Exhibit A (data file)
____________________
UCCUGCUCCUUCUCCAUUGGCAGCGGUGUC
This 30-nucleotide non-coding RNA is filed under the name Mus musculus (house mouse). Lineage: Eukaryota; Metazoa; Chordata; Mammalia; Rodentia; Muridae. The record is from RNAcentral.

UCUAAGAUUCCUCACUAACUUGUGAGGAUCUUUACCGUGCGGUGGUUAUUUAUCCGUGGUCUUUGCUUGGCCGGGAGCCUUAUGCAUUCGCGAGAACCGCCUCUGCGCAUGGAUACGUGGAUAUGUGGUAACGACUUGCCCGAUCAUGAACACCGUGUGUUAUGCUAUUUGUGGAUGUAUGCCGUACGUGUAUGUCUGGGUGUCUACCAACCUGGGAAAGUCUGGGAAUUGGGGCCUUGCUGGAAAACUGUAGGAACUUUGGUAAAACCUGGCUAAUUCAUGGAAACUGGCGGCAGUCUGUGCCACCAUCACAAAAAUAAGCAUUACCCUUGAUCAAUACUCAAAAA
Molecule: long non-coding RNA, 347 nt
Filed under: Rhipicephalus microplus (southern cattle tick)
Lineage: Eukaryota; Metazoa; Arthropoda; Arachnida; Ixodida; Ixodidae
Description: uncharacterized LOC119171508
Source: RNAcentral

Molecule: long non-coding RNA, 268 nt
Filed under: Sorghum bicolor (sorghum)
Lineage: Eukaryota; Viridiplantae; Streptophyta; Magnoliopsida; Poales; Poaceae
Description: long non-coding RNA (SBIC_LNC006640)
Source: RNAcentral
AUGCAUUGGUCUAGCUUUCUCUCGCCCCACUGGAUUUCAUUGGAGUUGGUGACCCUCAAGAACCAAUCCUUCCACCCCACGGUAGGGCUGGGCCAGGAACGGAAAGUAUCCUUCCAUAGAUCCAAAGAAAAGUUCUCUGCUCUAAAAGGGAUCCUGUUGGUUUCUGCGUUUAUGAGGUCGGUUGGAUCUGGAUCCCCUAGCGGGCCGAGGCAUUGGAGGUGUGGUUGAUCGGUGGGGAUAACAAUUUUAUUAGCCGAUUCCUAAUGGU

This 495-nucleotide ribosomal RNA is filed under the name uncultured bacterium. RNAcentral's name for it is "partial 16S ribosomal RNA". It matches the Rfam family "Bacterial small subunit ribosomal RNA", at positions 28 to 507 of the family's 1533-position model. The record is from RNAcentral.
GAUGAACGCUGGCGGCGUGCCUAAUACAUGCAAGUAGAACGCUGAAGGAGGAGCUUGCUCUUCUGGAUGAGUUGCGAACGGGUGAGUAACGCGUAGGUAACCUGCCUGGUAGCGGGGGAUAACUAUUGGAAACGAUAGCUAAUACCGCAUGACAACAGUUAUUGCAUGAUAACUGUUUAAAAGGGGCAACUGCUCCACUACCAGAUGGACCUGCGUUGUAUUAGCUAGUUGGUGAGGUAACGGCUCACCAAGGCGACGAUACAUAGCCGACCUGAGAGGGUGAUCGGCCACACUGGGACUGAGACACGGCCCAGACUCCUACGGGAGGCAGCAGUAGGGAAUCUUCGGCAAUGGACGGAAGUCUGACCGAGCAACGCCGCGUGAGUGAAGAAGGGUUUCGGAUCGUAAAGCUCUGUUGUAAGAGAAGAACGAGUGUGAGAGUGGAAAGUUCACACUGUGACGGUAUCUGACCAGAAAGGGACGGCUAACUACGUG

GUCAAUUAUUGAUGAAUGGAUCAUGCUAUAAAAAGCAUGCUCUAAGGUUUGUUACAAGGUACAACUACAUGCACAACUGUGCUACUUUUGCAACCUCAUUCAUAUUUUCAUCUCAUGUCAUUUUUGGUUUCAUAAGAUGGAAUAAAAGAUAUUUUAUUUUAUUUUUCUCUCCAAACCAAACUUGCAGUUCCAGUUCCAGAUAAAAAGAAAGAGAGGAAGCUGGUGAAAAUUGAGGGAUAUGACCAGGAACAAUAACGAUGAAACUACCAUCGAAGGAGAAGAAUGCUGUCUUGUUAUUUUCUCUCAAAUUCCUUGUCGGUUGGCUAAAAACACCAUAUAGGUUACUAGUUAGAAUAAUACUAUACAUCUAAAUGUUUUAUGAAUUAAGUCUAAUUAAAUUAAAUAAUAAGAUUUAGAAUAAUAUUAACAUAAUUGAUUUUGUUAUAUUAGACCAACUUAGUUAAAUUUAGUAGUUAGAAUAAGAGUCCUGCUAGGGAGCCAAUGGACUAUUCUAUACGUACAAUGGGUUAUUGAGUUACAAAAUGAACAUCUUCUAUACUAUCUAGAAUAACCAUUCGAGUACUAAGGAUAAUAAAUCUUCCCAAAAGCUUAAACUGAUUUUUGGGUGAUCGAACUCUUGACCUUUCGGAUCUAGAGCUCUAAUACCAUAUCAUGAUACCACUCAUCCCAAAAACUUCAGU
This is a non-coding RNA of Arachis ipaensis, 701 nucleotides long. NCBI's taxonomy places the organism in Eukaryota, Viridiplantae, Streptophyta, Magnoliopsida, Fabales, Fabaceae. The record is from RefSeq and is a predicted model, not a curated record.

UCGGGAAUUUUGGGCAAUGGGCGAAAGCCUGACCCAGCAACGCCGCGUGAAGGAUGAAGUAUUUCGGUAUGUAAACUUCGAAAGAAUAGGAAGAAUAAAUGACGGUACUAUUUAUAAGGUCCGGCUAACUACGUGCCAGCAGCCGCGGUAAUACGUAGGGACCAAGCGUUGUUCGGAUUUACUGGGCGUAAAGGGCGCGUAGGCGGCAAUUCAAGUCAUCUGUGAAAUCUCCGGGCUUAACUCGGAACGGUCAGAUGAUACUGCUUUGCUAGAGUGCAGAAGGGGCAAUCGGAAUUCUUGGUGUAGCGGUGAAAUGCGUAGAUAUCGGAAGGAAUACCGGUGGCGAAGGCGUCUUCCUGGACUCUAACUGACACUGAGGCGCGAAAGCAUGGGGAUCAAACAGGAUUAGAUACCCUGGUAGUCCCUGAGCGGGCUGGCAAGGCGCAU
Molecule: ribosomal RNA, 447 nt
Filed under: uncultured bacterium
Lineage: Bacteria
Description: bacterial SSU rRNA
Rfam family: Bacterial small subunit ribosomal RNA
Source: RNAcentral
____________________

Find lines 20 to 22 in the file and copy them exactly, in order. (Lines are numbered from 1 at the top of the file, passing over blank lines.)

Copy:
Molecule: ribosomal RNA, 447 nt
Filed under: uncultured bacterium
Lineage: Bacteria